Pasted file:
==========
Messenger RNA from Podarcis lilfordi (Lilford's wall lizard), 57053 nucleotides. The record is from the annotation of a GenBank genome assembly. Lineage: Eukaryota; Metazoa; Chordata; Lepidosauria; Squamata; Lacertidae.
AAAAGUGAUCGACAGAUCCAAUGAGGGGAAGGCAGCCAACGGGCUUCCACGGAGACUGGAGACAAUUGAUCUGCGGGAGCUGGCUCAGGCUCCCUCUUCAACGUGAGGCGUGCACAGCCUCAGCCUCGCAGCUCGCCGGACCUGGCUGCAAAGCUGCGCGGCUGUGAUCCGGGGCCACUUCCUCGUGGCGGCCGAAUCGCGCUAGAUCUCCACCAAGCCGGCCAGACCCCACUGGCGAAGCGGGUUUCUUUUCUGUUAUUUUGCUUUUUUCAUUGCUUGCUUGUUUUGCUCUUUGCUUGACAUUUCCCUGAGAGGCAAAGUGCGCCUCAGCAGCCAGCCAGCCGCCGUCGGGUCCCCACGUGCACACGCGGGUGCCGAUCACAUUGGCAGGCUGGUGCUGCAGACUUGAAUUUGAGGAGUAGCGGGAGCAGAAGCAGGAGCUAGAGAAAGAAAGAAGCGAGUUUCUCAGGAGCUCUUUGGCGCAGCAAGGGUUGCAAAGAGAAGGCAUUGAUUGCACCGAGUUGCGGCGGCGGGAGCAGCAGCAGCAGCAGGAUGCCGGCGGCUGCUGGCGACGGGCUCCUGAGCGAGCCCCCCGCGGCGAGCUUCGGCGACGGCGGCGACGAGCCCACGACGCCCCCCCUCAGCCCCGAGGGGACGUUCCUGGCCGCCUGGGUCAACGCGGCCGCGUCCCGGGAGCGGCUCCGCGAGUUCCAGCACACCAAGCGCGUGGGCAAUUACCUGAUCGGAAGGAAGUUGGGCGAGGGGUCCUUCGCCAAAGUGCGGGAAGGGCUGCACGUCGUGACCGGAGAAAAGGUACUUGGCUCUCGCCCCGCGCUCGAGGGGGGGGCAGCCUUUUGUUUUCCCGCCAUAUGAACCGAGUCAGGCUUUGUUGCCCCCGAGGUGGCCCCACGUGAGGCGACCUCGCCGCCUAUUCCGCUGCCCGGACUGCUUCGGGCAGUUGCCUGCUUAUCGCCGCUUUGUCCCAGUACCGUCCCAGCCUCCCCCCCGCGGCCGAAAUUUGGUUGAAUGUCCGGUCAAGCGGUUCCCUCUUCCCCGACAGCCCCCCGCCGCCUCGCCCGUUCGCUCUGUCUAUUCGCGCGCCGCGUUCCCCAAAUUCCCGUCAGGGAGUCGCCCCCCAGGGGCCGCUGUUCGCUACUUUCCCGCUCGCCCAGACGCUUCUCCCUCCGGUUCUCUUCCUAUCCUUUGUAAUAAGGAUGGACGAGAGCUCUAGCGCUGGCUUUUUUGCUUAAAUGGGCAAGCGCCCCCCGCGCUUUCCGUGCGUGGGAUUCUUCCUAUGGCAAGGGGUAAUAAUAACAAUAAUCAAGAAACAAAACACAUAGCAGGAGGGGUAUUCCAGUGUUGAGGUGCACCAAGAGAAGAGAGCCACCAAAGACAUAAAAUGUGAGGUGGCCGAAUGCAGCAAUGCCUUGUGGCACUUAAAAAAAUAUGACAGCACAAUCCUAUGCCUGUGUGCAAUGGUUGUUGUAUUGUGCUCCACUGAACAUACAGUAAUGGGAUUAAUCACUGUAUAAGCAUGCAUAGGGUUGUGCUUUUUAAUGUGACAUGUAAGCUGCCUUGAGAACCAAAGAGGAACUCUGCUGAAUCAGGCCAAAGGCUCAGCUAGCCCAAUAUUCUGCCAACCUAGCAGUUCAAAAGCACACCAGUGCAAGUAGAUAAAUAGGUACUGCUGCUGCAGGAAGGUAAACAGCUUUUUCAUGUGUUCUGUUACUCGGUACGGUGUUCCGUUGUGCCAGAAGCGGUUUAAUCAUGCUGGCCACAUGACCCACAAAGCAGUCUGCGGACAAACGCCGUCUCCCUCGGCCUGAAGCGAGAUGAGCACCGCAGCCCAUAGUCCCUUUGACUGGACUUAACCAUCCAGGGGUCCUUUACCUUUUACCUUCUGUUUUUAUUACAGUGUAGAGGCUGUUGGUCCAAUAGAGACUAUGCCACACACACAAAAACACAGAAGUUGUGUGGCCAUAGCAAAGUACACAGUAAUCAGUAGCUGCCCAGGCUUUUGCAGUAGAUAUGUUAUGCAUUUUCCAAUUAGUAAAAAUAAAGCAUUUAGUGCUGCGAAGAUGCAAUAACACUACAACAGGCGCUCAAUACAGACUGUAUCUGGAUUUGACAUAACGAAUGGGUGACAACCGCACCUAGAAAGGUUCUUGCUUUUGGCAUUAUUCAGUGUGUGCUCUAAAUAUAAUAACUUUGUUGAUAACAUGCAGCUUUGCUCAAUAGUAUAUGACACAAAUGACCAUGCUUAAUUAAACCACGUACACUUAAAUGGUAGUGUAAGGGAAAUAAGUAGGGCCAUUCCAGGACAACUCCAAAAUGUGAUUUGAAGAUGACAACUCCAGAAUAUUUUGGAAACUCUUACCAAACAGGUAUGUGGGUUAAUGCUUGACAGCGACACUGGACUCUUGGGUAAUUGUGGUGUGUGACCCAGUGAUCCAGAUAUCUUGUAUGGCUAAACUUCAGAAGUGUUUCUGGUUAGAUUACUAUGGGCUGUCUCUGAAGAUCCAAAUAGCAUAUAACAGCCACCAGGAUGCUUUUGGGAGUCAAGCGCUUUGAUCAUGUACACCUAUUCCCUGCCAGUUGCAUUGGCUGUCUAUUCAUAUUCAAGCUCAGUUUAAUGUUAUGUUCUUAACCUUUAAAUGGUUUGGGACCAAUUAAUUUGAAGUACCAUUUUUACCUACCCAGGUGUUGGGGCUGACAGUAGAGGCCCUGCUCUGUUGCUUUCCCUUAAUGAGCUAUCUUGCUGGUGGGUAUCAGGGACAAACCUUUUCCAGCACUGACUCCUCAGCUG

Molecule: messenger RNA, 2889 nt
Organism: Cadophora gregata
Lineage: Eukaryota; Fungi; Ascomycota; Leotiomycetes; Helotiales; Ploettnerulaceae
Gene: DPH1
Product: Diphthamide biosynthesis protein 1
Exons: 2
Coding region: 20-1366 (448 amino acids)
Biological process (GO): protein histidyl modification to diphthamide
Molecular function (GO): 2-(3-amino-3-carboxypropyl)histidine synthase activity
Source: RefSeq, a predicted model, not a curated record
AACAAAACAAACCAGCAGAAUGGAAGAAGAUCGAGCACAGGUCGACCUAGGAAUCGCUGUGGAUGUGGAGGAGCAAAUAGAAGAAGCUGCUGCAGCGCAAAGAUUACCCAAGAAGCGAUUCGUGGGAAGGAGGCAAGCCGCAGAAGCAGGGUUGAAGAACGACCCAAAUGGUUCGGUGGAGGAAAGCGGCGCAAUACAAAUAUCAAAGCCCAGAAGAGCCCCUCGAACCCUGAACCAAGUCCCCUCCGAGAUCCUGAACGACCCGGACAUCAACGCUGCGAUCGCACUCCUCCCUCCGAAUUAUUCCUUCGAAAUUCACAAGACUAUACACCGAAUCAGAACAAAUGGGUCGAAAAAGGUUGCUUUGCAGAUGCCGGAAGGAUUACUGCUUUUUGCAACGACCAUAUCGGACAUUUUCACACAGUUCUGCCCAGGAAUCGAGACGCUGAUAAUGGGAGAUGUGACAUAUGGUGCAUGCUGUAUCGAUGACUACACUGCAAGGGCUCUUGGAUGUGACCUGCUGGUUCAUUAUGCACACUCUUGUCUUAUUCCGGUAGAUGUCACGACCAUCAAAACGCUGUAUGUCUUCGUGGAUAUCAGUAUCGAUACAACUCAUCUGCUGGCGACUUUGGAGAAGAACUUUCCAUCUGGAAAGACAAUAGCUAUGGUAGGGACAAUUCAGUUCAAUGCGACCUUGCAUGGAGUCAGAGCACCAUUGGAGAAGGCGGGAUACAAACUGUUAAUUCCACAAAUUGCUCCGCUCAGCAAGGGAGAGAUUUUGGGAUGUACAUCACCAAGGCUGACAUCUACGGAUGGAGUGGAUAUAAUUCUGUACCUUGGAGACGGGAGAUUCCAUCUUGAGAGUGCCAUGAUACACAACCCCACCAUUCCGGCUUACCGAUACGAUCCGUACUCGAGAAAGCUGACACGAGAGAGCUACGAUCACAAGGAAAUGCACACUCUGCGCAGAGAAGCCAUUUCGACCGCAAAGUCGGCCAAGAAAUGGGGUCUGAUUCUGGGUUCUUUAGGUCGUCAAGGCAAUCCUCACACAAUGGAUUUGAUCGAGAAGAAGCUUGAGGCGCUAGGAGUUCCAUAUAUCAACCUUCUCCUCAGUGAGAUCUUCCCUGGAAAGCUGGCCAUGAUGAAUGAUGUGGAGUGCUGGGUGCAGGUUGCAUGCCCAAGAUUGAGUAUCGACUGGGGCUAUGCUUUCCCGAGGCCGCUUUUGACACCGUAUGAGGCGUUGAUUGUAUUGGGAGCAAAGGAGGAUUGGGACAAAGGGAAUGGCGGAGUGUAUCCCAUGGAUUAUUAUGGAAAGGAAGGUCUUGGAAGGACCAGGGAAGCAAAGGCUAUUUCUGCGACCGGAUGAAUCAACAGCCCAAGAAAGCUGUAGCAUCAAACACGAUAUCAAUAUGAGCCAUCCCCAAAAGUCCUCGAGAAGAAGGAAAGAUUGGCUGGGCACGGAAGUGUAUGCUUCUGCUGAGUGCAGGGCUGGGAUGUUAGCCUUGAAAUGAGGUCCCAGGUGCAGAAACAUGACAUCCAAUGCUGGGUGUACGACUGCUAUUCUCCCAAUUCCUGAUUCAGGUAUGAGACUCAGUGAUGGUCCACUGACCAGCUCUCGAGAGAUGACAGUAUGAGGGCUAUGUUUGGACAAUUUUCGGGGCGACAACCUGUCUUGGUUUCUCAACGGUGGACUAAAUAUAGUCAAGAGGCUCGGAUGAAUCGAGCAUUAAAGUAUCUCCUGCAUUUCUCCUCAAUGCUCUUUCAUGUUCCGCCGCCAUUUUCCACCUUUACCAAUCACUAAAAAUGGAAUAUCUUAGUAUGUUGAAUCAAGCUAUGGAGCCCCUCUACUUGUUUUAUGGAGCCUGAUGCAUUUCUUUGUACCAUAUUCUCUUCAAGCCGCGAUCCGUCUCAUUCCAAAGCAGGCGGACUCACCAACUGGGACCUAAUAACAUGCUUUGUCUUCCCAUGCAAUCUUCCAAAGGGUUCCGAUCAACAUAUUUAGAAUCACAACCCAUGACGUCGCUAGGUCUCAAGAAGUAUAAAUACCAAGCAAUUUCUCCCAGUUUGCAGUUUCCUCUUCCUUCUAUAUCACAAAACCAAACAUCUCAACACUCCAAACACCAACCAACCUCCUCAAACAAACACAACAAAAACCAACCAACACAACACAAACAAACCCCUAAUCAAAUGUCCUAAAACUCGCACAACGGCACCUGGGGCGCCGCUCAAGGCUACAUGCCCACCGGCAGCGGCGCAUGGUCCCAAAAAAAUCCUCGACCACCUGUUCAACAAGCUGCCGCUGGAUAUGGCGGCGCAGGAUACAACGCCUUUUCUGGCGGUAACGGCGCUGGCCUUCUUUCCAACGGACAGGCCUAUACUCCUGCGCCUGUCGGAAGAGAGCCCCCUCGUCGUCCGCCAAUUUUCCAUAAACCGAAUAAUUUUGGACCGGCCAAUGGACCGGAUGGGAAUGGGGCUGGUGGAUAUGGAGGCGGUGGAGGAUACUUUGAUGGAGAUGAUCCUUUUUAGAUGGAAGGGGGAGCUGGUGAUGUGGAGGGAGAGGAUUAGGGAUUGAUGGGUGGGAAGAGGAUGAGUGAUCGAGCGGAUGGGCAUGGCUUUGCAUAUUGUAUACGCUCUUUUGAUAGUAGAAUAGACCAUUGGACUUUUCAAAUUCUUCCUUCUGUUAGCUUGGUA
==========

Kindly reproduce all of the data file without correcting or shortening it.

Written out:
Messenger RNA from Podarcis lilfordi (Lilford's wall lizard), 57053 nucleotides. The record is from the annotation of a GenBank genome assembly. Lineage: Eukaryota; Metazoa; Chordata; Lepidosauria; Squamata; Lacertidae.
AAAAGUGAUCGACAGAUCCAAUGAGGGGAAGGCAGCCAACGGGCUUCCACGGAGACUGGAGACAAUUGAUCUGCGGGAGCUGGCUCAGGCUCCCUCUUCAACGUGAGGCGUGCACAGCCUCAGCCUCGCAGCUCGCCGGACCUGGCUGCAAAGCUGCGCGGCUGUGAUCCGGGGCCACUUCCUCGUGGCGGCCGAAUCGCGCUAGAUCUCCACCAAGCCGGCCAGACCCCACUGGCGAAGCGGGUUUCUUUUCUGUUAUUUUGCUUUUUUCAUUGCUUGCUUGUUUUGCUCUUUGCUUGACAUUUCCCUGAGAGGCAAAGUGCGCCUCAGCAGCCAGCCAGCCGCCGUCGGGUCCCCACGUGCACACGCGGGUGCCGAUCACAUUGGCAGGCUGGUGCUGCAGACUUGAAUUUGAGGAGUAGCGGGAGCAGAAGCAGGAGCUAGAGAAAGAAAGAAGCGAGUUUCUCAGGAGCUCUUUGGCGCAGCAAGGGUUGCAAAGAGAAGGCAUUGAUUGCACCGAGUUGCGGCGGCGGGAGCAGCAGCAGCAGCAGGAUGCCGGCGGCUGCUGGCGACGGGCUCCUGAGCGAGCCCCCCGCGGCGAGCUUCGGCGACGGCGGCGACGAGCCCACGACGCCCCCCCUCAGCCCCGAGGGGACGUUCCUGGCCGCCUGGGUCAACGCGGCCGCGUCCCGGGAGCGGCUCCGCGAGUUCCAGCACACCAAGCGCGUGGGCAAUUACCUGAUCGGAAGGAAGUUGGGCGAGGGGUCCUUCGCCAAAGUGCGGGAAGGGCUGCACGUCGUGACCGGAGAAAAGGUACUUGGCUCUCGCCCCGCGCUCGAGGGGGGGGCAGCCUUUUGUUUUCCCGCCAUAUGAACCGAGUCAGGCUUUGUUGCCCCCGAGGUGGCCCCACGUGAGGCGACCUCGCCGCCUAUUCCGCUGCCCGGACUGCUUCGGGCAGUUGCCUGCUUAUCGCCGCUUUGUCCCAGUACCGUCCCAGCCUCCCCCCCGCGGCCGAAAUUUGGUUGAAUGUCCGGUCAAGCGGUUCCCUCUUCCCCGACAGCCCCCCGCCGCCUCGCCCGUUCGCUCUGUCUAUUCGCGCGCCGCGUUCCCCAAAUUCCCGUCAGGGAGUCGCCCCCCAGGGGCCGCUGUUCGCUACUUUCCCGCUCGCCCAGACGCUUCUCCCUCCGGUUCUCUUCCUAUCCUUUGUAAUAAGGAUGGACGAGAGCUCUAGCGCUGGCUUUUUUGCUUAAAUGGGCAAGCGCCCCCCGCGCUUUCCGUGCGUGGGAUUCUUCCUAUGGCAAGGGGUAAUAAUAACAAUAAUCAAGAAACAAAACACAUAGCAGGAGGGGUAUUCCAGUGUUGAGGUGCACCAAGAGAAGAGAGCCACCAAAGACAUAAAAUGUGAGGUGGCCGAAUGCAGCAAUGCCUUGUGGCACUUAAAAAAAUAUGACAGCACAAUCCUAUGCCUGUGUGCAAUGGUUGUUGUAUUGUGCUCCACUGAACAUACAGUAAUGGGAUUAAUCACUGUAUAAGCAUGCAUAGGGUUGUGCUUUUUAAUGUGACAUGUAAGCUGCCUUGAGAACCAAAGAGGAACUCUGCUGAAUCAGGCCAAAGGCUCAGCUAGCCCAAUAUUCUGCCAACCUAGCAGUUCAAAAGCACACCAGUGCAAGUAGAUAAAUAGGUACUGCUGCUGCAGGAAGGUAAACAGCUUUUUCAUGUGUUCUGUUACUCGGUACGGUGUUCCGUUGUGCCAGAAGCGGUUUAAUCAUGCUGGCCACAUGACCCACAAAGCAGUCUGCGGACAAACGCCGUCUCCCUCGGCCUGAAGCGAGAUGAGCACCGCAGCCCAUAGUCCCUUUGACUGGACUUAACCAUCCAGGGGUCCUUUACCUUUUACCUUCUGUUUUUAUUACAGUGUAGAGGCUGUUGGUCCAAUAGAGACUAUGCCACACACACAAAAACACAGAAGUUGUGUGGCCAUAGCAAAGUACACAGUAAUCAGUAGCUGCCCAGGCUUUUGCAGUAGAUAUGUUAUGCAUUUUCCAAUUAGUAAAAAUAAAGCAUUUAGUGCUGCGAAGAUGCAAUAACACUACAACAGGCGCUCAAUACAGACUGUAUCUGGAUUUGACAUAACGAAUGGGUGACAACCGCACCUAGAAAGGUUCUUGCUUUUGGCAUUAUUCAGUGUGUGCUCUAAAUAUAAUAACUUUGUUGAUAACAUGCAGCUUUGCUCAAUAGUAUAUGACACAAAUGACCAUGCUUAAUUAAACCACGUACACUUAAAUGGUAGUGUAAGGGAAAUAAGUAGGGCCAUUCCAGGACAACUCCAAAAUGUGAUUUGAAGAUGACAACUCCAGAAUAUUUUGGAAACUCUUACCAAACAGGUAUGUGGGUUAAUGCUUGACAGCGACACUGGACUCUUGGGUAAUUGUGGUGUGUGACCCAGUGAUCCAGAUAUCUUGUAUGGCUAAACUUCAGAAGUGUUUCUGGUUAGAUUACUAUGGGCUGUCUCUGAAGAUCCAAAUAGCAUAUAACAGCCACCAGGAUGCUUUUGGGAGUCAAGCGCUUUGAUCAUGUACACCUAUUCCCUGCCAGUUGCAUUGGCUGUCUAUUCAUAUUCAAGCUCAGUUUAAUGUUAUGUUCUUAACCUUUAAAUGGUUUGGGACCAAUUAAUUUGAAGUACCAUUUUUACCUACCCAGGUGUUGGGGCUGACAGUAGAGGCCCUGCUCUGUUGCUUUCCCUUAAUGAGCUAUCUUGCUGGUGGGUAUCAGGGACAAACCUUUUCCAGCACUGACUCCUCAGCUG

Molecule: messenger RNA, 2889 nt
Organism: Cadophora gregata
Lineage: Eukaryota; Fungi; Ascomycota; Leotiomycetes; Helotiales; Ploettnerulaceae
Gene: DPH1
Product: Diphthamide biosynthesis protein 1
Exons: 2
Coding region: 20-1366 (448 amino acids)
Biological process (GO): protein histidyl modification to diphthamide
Molecular function (GO): 2-(3-amino-3-carboxypropyl)histidine synthase activity
Source: RefSeq, a predicted model, not a curated record
AACAAAACAAACCAGCAGAAUGGAAGAAGAUCGAGCACAGGUCGACCUAGGAAUCGCUGUGGAUGUGGAGGAGCAAAUAGAAGAAGCUGCUGCAGCGCAAAGAUUACCCAAGAAGCGAUUCGUGGGAAGGAGGCAAGCCGCAGAAGCAGGGUUGAAGAACGACCCAAAUGGUUCGGUGGAGGAAAGCGGCGCAAUACAAAUAUCAAAGCCCAGAAGAGCCCCUCGAACCCUGAACCAAGUCCCCUCCGAGAUCCUGAACGACCCGGACAUCAACGCUGCGAUCGCACUCCUCCCUCCGAAUUAUUCCUUCGAAAUUCACAAGACUAUACACCGAAUCAGAACAAAUGGGUCGAAAAAGGUUGCUUUGCAGAUGCCGGAAGGAUUACUGCUUUUUGCAACGACCAUAUCGGACAUUUUCACACAGUUCUGCCCAGGAAUCGAGACGCUGAUAAUGGGAGAUGUGACAUAUGGUGCAUGCUGUAUCGAUGACUACACUGCAAGGGCUCUUGGAUGUGACCUGCUGGUUCAUUAUGCACACUCUUGUCUUAUUCCGGUAGAUGUCACGACCAUCAAAACGCUGUAUGUCUUCGUGGAUAUCAGUAUCGAUACAACUCAUCUGCUGGCGACUUUGGAGAAGAACUUUCCAUCUGGAAAGACAAUAGCUAUGGUAGGGACAAUUCAGUUCAAUGCGACCUUGCAUGGAGUCAGAGCACCAUUGGAGAAGGCGGGAUACAAACUGUUAAUUCCACAAAUUGCUCCGCUCAGCAAGGGAGAGAUUUUGGGAUGUACAUCACCAAGGCUGACAUCUACGGAUGGAGUGGAUAUAAUUCUGUACCUUGGAGACGGGAGAUUCCAUCUUGAGAGUGCCAUGAUACACAACCCCACCAUUCCGGCUUACCGAUACGAUCCGUACUCGAGAAAGCUGACACGAGAGAGCUACGAUCACAAGGAAAUGCACACUCUGCGCAGAGAAGCCAUUUCGACCGCAAAGUCGGCCAAGAAAUGGGGUCUGAUUCUGGGUUCUUUAGGUCGUCAAGGCAAUCCUCACACAAUGGAUUUGAUCGAGAAGAAGCUUGAGGCGCUAGGAGUUCCAUAUAUCAACCUUCUCCUCAGUGAGAUCUUCCCUGGAAAGCUGGCCAUGAUGAAUGAUGUGGAGUGCUGGGUGCAGGUUGCAUGCCCAAGAUUGAGUAUCGACUGGGGCUAUGCUUUCCCGAGGCCGCUUUUGACACCGUAUGAGGCGUUGAUUGUAUUGGGAGCAAAGGAGGAUUGGGACAAAGGGAAUGGCGGAGUGUAUCCCAUGGAUUAUUAUGGAAAGGAAGGUCUUGGAAGGACCAGGGAAGCAAAGGCUAUUUCUGCGACCGGAUGAAUCAACAGCCCAAGAAAGCUGUAGCAUCAAACACGAUAUCAAUAUGAGCCAUCCCCAAAAGUCCUCGAGAAGAAGGAAAGAUUGGCUGGGCACGGAAGUGUAUGCUUCUGCUGAGUGCAGGGCUGGGAUGUUAGCCUUGAAAUGAGGUCCCAGGUGCAGAAACAUGACAUCCAAUGCUGGGUGUACGACUGCUAUUCUCCCAAUUCCUGAUUCAGGUAUGAGACUCAGUGAUGGUCCACUGACCAGCUCUCGAGAGAUGACAGUAUGAGGGCUAUGUUUGGACAAUUUUCGGGGCGACAACCUGUCUUGGUUUCUCAACGGUGGACUAAAUAUAGUCAAGAGGCUCGGAUGAAUCGAGCAUUAAAGUAUCUCCUGCAUUUCUCCUCAAUGCUCUUUCAUGUUCCGCCGCCAUUUUCCACCUUUACCAAUCACUAAAAAUGGAAUAUCUUAGUAUGUUGAAUCAAGCUAUGGAGCCCCUCUACUUGUUUUAUGGAGCCUGAUGCAUUUCUUUGUACCAUAUUCUCUUCAAGCCGCGAUCCGUCUCAUUCCAAAGCAGGCGGACUCACCAACUGGGACCUAAUAACAUGCUUUGUCUUCCCAUGCAAUCUUCCAAAGGGUUCCGAUCAACAUAUUUAGAAUCACAACCCAUGACGUCGCUAGGUCUCAAGAAGUAUAAAUACCAAGCAAUUUCUCCCAGUUUGCAGUUUCCUCUUCCUUCUAUAUCACAAAACCAAACAUCUCAACACUCCAAACACCAACCAACCUCCUCAAACAAACACAACAAAAACCAACCAACACAACACAAACAAACCCCUAAUCAAAUGUCCUAAAACUCGCACAACGGCACCUGGGGCGCCGCUCAAGGCUACAUGCCCACCGGCAGCGGCGCAUGGUCCCAAAAAAAUCCUCGACCACCUGUUCAACAAGCUGCCGCUGGAUAUGGCGGCGCAGGAUACAACGCCUUUUCUGGCGGUAACGGCGCUGGCCUUCUUUCCAACGGACAGGCCUAUACUCCUGCGCCUGUCGGAAGAGAGCCCCCUCGUCGUCCGCCAAUUUUCCAUAAACCGAAUAAUUUUGGACCGGCCAAUGGACCGGAUGGGAAUGGGGCUGGUGGAUAUGGAGGCGGUGGAGGAUACUUUGAUGGAGAUGAUCCUUUUUAGAUGGAAGGGGGAGCUGGUGAUGUGGAGGGAGAGGAUUAGGGAUUGAUGGGUGGGAAGAGGAUGAGUGAUCGAGCGGAUGGGCAUGGCUUUGCAUAUUGUAUACGCUCUUUUGAUAGUAGAAUAGACCAUUGGACUUUUCAAAUUCUUCCUUCUGUUAGCUUGGUA